Stahlmann

  • 5 O'Clock Shadow
  • *
  • Posts: 44
Re: Future for beginner Mech Eng graduate in EU / MechEng career in general
« Reply #10 on: December 09, 2016, 02:23:27 PM »
Could you give opinions on different fields of mech eng from your perspective?

How many ,,expats" do you know?

Stahlmann

  • 5 O'Clock Shadow
  • *
  • Posts: 44
Re: Future for beginner Mech Eng graduate in EU / MechEng career in general
« Reply #11 on: February 04, 2017, 12:03:57 PM »
Well, (bi)monthly bump.

To broaden topic - how has your country solved idea of lack real-life experience for (especially) engineering students?

Does your country offer dual studies?

Sean Og

  • 5 O'Clock Shadow
  • *
  • Posts: 73
Re: Future for beginner Mech Eng graduate in EU / MechEng career in general
« Reply #12 on: February 04, 2017, 07:02:12 PM »
A European educated engineer here (Aerospace BEng), now working in the US.

My studies in Ireland included a 9 month work placement in industry with opportunities to work across Europe, many traveled to UK, France and Germany for placements. Here in the US there are similar internships through universities, although like Ireland, not all universities choose to offer this. I 100% recommend choosing a university which offers work placement as many students graduate with job offers from their placement companies.

As has been mentioned, Mech engineering covers many different industries and specializations. I studied aerospace engineering so I gravitated to that field and over the past 10 years have spent time in R&D, Materials, Manufacturing and Design roles within Aerospace. If you have graduated, you have likely specialized during your years at university already, based on electives, projects etc...fluid dynamics or materials science were two of the bigger paths in my own degree.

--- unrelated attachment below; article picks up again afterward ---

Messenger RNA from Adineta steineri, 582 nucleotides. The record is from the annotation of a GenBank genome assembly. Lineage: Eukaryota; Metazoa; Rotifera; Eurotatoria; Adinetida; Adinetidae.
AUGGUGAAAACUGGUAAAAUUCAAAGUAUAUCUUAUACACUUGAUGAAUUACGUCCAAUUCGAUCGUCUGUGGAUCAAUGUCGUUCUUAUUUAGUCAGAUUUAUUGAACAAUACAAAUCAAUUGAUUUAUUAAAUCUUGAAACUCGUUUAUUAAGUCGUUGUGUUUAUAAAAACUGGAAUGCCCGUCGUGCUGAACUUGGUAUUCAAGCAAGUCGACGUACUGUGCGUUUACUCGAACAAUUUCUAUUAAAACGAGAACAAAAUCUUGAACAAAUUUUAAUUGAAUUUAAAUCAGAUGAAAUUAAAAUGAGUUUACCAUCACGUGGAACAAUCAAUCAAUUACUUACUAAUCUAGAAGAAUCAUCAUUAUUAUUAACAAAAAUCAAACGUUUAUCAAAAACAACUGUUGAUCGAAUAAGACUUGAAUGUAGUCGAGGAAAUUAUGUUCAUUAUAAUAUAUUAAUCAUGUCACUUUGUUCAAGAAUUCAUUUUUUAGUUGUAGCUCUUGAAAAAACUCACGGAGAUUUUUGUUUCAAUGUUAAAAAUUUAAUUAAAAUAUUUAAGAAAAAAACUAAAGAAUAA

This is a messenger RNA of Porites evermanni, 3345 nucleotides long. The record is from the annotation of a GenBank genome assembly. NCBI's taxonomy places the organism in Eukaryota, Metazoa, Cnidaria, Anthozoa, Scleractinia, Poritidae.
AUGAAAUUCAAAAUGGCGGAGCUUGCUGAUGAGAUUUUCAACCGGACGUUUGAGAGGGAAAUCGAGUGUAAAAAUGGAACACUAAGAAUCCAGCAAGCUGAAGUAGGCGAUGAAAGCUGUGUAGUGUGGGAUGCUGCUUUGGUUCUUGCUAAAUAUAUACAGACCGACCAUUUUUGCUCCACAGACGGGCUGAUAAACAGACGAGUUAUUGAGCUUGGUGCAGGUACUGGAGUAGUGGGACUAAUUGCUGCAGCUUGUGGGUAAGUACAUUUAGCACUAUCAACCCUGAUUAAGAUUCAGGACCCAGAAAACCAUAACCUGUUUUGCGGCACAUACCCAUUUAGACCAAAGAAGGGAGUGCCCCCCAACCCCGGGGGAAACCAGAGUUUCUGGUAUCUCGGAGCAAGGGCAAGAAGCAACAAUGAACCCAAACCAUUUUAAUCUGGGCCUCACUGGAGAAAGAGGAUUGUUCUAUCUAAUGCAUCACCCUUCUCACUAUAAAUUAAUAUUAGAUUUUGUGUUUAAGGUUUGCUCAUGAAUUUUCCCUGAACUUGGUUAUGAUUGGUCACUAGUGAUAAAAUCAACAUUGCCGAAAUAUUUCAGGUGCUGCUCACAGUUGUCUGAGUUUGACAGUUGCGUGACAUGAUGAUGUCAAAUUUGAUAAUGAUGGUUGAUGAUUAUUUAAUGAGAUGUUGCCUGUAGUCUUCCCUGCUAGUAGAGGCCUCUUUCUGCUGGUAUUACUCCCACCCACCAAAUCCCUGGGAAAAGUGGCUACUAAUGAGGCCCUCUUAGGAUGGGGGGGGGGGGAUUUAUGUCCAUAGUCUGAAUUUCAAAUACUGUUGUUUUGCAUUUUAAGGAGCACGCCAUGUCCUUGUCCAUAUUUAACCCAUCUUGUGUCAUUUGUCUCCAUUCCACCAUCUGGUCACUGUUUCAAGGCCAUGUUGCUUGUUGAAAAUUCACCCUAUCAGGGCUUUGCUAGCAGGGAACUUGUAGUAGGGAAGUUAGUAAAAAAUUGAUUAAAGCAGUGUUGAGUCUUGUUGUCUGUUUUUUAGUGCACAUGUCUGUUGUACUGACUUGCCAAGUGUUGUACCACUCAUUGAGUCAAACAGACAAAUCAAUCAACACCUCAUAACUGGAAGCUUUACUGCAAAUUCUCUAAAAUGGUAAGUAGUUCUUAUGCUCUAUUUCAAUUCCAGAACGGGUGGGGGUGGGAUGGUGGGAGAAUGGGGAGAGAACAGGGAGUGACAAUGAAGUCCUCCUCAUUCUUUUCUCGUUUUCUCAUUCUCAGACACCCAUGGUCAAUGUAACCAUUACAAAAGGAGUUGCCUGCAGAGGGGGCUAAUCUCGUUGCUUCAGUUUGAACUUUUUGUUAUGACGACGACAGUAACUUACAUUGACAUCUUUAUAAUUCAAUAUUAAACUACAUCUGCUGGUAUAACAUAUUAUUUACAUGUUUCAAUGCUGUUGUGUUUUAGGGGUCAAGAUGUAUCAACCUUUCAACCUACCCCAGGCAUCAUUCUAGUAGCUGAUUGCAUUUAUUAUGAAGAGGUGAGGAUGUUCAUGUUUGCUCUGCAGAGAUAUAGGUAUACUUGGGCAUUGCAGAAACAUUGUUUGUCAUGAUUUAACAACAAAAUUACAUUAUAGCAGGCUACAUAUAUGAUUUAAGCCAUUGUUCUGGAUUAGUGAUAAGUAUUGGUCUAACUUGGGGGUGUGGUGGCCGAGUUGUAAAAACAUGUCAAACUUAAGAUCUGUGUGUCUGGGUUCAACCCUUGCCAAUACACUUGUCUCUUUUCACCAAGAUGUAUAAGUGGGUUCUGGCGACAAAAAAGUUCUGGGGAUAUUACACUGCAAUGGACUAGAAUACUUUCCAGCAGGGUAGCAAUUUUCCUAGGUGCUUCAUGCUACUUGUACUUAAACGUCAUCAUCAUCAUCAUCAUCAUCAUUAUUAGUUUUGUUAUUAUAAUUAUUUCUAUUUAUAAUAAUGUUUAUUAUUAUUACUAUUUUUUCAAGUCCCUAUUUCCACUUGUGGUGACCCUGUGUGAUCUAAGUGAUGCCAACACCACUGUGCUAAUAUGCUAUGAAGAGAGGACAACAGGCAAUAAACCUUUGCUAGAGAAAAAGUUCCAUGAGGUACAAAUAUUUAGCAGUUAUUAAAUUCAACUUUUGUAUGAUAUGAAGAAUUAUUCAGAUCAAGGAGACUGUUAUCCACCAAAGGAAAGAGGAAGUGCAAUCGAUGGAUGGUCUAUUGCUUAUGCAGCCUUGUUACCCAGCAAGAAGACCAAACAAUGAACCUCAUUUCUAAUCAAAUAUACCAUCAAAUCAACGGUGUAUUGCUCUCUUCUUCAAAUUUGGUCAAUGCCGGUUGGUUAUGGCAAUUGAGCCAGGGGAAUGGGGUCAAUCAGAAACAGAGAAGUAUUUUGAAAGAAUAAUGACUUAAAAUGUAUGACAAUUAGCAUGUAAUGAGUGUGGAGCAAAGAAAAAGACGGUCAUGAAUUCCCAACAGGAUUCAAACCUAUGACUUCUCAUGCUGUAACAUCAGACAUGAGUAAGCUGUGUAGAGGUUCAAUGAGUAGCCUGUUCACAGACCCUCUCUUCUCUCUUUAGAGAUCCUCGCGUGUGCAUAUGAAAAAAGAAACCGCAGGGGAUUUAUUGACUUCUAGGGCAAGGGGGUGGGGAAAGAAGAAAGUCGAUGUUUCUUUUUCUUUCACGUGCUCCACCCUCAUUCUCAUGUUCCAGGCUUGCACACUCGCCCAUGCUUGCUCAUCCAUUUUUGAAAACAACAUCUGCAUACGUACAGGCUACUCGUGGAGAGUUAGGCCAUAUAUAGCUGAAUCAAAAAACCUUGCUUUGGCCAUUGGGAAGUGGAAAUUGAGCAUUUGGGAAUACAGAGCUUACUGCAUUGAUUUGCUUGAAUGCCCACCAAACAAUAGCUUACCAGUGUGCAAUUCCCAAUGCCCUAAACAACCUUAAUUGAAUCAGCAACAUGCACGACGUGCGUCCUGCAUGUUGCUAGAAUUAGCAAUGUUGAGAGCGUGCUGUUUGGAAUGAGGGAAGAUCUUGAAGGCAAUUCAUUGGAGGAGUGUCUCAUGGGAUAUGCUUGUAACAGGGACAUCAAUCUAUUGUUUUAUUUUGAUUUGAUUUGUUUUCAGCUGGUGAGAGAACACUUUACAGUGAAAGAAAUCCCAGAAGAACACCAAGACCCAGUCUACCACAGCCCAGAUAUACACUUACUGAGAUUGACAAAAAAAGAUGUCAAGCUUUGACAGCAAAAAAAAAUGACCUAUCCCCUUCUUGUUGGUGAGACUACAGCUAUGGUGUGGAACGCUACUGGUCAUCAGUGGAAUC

I have split my career to date equally between Europe and USA. The earnings/savings potential in the US is certainly greater and cost of living is lower but it is not an easy task to obtain a visa to work here (and may only get harder with the current administrations proposed reform of the H1B visa program). I have found the work-life balance better in Europe but that is not to say companies that value that culture don't exist here in the US, I know they do, but many have an almost mandatory overtime and live to work culture.

If you are looking to immigrate here, there are probably two options outside of marriage to a US Citizen.....H1B and L1 visas, and of the two, L1 may be the easier to obtain for the Mech Eng industry. This is the inter-company transfer of an employee. You work for a European company with USA locations or US company in Europe and then transfer to the companies USA location when you are eligible and there is an opportunity to do so. Automotive is probably the obvious choice as mentioned but there are many more. Aerospace would be another, my company has european locations, we work regularly with Airbus Hamburg who have a number of USA locations and there are many German suppliers to US aerospace companies with locations in the USA, one example is Diehl.

Stahlmann

  • 5 O'Clock Shadow
  • *
  • Posts: 44
Re: Future for beginner Mech Eng graduate in EU / MechEng career in general
« Reply #13 on: April 18, 2017, 12:48:42 PM »
I am writing my final thesis.
Any success stories would motivate me :P
Share them here.

AlienRobotAnthropologist

  • 5 O'Clock Shadow
  • *
  • Posts: 81
Re: Future for beginner Mech Eng graduate in EU / MechEng career in general
« Reply #14 on: April 19, 2017, 09:44:34 PM »
Just with regards to what kind of a job you want, I'd say there are 4 categories of things to considered:

1) What technical area(s) are you interested in?
- Solids/structures
- fluids/aero
- thermo/heat transfer
- dynamics/vibrations
- controls/mechatronics
- CAD/manufacturing
- technical communication/systems, etc.

2) What industry are you interested in?
- satellites
- rockets
- airplanes
- helicopters
- military
- automotive
- oil and gas extraction
- energy generation
- HVAC
- consumer products/appliances
- scientific or industrial equipment (vacuum chambers, photolithography equipment, microscopy equipment, etc.)
- raw material processing
... and far more than I could list

3) What size of employer and role of employer do you want?